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Author: LorenCobb Big gold star, 5000 posts Top Favorite Fools Top Recommended Fools Feste Award Nominee! Old School Fool Add to my Favorite Fools Ignore this person (you won't see their posts anymore) Number: of 117  
Subject: ABC Movie - Fatal Contact Date: 5/10/2006 12:39 PM
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Last night (May 9), ABC aired a made-for-TV movie on avian influenza, entitled Fatal Contact. It was not too bad, on the whole, and I am sure it scared the crap out of a lot of people.

The impressions left by Fatal Contact were incorrect or distorted on a number of points:

1. Although a world-wide death toll of 350 million is possible, that is at the outer limits of influenza mortality. It was a worst-case scenario. The most-likely case scenario is much less, even assuming that a human form of the virus will have the same lethality as the existing bird form.

2. The movie assumed that a worldwide pandemic would begin literally within weeks of a mutation, and that it would hit all countries more-or-less simultaneously. Influenza has never behaved that way in all of recorded history. This was an assumption made for dramatic effect, which left a drastically incorrect impression on the viewers.

In reality, we expect that even an extremely lethal human form of avian influenza will behave much like past epidemics. It will move slowly from region to region, giving most of the world many months to prepare.

3. In the movie, the virus actually gained lethality. In the final scene, a new form has appeared in Africa, with 100% mortality. Again, this is contrary to the way viruses evolve. In general, any lethal virus is subject to enormous Darwinian selection in favor of lower mortality, for the simple reason that killing the host is a bad way to survive. For example, the Plague that killed a third of Europe in the Middle Ages is now seldom fatal, and is still visibly losing steam.

In the case of avian influenza, if it ever changes to a human-transmissable form, we can confidently expect it to lose lethality as the months and years progress. Those hit in the first wave will suffer the highest mortality, and each successive wave will be less potent.

4. Speaking of waves, the ebb and flow of the epidemic was very poorly portrayed in the movie. In real life, a community hit by lethal influenza will suffer an initial surge of the disease. Infected people will be isolated in their homes, and after a month or two the initial phase will be over. As people let down their guards, it is entirely possible (even likely) that there will be a second surge of the disease, and then a third. Later waves will be slower and less severe, until finally the average number of newly infected per infectious case drops below 1.0, and the epidemic dies out naturally.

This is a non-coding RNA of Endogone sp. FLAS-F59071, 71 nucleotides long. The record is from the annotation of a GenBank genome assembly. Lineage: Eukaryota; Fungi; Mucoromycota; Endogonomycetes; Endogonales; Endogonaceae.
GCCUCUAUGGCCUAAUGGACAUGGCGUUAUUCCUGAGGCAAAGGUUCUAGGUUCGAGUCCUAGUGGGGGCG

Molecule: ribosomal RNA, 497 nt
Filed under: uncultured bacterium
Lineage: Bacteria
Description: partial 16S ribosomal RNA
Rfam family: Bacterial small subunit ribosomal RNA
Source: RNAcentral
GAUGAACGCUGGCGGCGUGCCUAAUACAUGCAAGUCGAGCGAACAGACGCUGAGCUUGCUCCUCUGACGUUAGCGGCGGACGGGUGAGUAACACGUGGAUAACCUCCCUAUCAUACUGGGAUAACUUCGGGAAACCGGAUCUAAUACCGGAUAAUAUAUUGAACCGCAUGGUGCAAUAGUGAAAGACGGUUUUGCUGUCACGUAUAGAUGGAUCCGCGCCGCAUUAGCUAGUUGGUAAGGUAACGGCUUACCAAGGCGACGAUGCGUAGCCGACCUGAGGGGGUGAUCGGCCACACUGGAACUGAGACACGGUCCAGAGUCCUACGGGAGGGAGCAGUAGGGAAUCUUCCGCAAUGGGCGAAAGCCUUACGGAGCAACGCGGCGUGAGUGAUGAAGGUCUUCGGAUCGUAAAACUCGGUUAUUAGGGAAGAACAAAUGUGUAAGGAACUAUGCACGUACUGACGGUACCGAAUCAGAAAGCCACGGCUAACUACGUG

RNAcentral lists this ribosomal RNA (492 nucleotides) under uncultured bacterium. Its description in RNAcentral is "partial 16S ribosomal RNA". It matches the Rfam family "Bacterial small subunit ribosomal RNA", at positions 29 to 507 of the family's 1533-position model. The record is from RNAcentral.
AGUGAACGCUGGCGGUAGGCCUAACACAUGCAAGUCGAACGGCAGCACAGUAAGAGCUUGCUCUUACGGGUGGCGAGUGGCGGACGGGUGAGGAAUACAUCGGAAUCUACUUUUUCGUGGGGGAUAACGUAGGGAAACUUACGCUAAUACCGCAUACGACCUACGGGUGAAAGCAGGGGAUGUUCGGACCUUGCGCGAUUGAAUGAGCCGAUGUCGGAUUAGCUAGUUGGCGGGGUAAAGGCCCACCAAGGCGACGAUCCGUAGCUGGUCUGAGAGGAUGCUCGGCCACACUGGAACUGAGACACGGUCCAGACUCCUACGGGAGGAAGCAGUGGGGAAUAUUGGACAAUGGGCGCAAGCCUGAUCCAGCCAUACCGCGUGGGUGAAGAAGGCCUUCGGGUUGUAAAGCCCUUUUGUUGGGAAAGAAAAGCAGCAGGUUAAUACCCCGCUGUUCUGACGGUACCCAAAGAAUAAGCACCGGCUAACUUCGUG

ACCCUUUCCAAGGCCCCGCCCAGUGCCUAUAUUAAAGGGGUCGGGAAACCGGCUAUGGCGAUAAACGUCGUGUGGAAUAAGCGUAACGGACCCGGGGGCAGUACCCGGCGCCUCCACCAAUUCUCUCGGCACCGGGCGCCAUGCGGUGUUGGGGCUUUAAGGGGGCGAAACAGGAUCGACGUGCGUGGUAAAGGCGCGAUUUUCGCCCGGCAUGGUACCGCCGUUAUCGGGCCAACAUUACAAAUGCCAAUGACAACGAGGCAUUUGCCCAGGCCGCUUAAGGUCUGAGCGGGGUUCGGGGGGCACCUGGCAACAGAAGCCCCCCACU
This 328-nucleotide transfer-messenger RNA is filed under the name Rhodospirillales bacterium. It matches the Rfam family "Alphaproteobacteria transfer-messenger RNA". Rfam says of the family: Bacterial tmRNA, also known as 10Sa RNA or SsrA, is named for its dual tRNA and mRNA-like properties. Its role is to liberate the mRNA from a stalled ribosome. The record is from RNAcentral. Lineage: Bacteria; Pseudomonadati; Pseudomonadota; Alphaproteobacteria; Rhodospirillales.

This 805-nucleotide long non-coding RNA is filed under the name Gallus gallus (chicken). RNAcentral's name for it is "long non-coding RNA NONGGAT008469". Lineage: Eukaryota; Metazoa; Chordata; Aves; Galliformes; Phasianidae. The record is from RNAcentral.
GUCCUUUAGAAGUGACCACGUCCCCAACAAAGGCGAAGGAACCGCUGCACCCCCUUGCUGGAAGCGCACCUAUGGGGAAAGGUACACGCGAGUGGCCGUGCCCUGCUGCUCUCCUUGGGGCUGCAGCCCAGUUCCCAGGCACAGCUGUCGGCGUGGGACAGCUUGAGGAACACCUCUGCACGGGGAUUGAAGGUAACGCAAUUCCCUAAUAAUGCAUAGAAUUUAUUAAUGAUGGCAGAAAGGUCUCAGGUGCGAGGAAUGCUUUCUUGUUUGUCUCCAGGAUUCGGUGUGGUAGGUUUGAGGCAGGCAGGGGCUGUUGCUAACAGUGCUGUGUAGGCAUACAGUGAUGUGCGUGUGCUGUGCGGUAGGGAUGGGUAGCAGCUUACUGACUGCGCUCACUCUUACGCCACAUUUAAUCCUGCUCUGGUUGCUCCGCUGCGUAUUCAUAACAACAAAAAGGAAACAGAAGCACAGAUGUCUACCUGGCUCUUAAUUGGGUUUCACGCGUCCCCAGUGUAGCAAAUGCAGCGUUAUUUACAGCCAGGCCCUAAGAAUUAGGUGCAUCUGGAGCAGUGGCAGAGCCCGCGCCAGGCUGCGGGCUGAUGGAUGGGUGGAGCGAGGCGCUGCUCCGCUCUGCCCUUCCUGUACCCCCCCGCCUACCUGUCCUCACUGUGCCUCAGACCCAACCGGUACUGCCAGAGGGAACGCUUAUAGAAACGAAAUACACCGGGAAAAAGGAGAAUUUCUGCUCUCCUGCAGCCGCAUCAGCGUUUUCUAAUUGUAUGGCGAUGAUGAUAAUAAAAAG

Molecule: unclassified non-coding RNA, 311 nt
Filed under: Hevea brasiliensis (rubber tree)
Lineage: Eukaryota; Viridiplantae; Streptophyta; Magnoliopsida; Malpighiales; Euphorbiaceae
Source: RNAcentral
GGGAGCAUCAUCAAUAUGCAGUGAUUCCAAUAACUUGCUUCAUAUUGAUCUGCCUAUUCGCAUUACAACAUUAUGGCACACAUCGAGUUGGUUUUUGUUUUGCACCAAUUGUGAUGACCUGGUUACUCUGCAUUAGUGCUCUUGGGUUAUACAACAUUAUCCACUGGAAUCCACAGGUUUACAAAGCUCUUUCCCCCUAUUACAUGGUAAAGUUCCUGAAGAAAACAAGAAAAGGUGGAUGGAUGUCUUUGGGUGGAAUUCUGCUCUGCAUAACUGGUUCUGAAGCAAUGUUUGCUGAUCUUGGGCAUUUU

Loren
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Author: AdvocatusDiaboli Big funky green star, 20000 posts Old School Fool Add to my Favorite Fools Ignore this person (you won't see their posts anymore) Number: 35 of 117
Subject: Re: ABC Movie - Fatal Contact Date: 5/10/2006 1:00 PM
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1. Although a world-wide death toll of 350 million is possible, that is at the outer limits of influenza mortality. It was a worst-case scenario. The most-likely case scenario is much less, even assuming that a human form of the virus will have the same lethality as the existing bird form.

I was under the impression that the existing bird flu has mortality upwards of 50%, and that with extensive care (which would not be available if there are millions of cases in the US).


In reality, we expect that even an extremely lethal human form of avian influenza will behave much like past epidemics. It will move slowly from region to region, giving most of the world many months to prepare.


SARS cases cropped up all around the globe, and that was far less transmissible then flu.



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Author: LorenCobb Big gold star, 5000 posts Top Favorite Fools Top Recommended Fools Feste Award Nominee! Old School Fool Add to my Favorite Fools Ignore this person (you won't see their posts anymore) Number: 36 of 117
Subject: Re: ABC Movie - Fatal Contact Date: 5/10/2006 1:52 PM
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A disease with a short latency period and very high mortality rate is not a good candidate for a pandemic. The key indicator is the average number of newly infected cases per infectious person. That, more than anything, is what drives an epidemic. The faster the disease kills its host, the lower that indicator.

To be really vicious, a disease should have a very long infectious period with no symptoms, followed eventually by a short illness and death -- HIV is an example. THIV has not become pandemic only because it is so hard to transmit, and cannot survive in the open air. Avian influenza, on the other hand, has a latency measured in days and very high mortality. These characteristics serve to reduce the overall predicted severity of the epidemic.

Ebola suffers from the same "problem": it is just too lethal. Local epidemics tend to burn out very quickly.

LC

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Author: 1poorguy Big funky green star, 20000 posts Old School Fool CAPS All Star Add to my Favorite Fools Ignore this person (you won't see their posts anymore) Number: 56 of 117
Subject: Re: ABC Movie - Fatal Contact Date: 8/31/2012 6:40 PM
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Yes, Netflix seems to have it also.

http://movies.netflix.com/WiMovie/Contagion/70185071?locale=...

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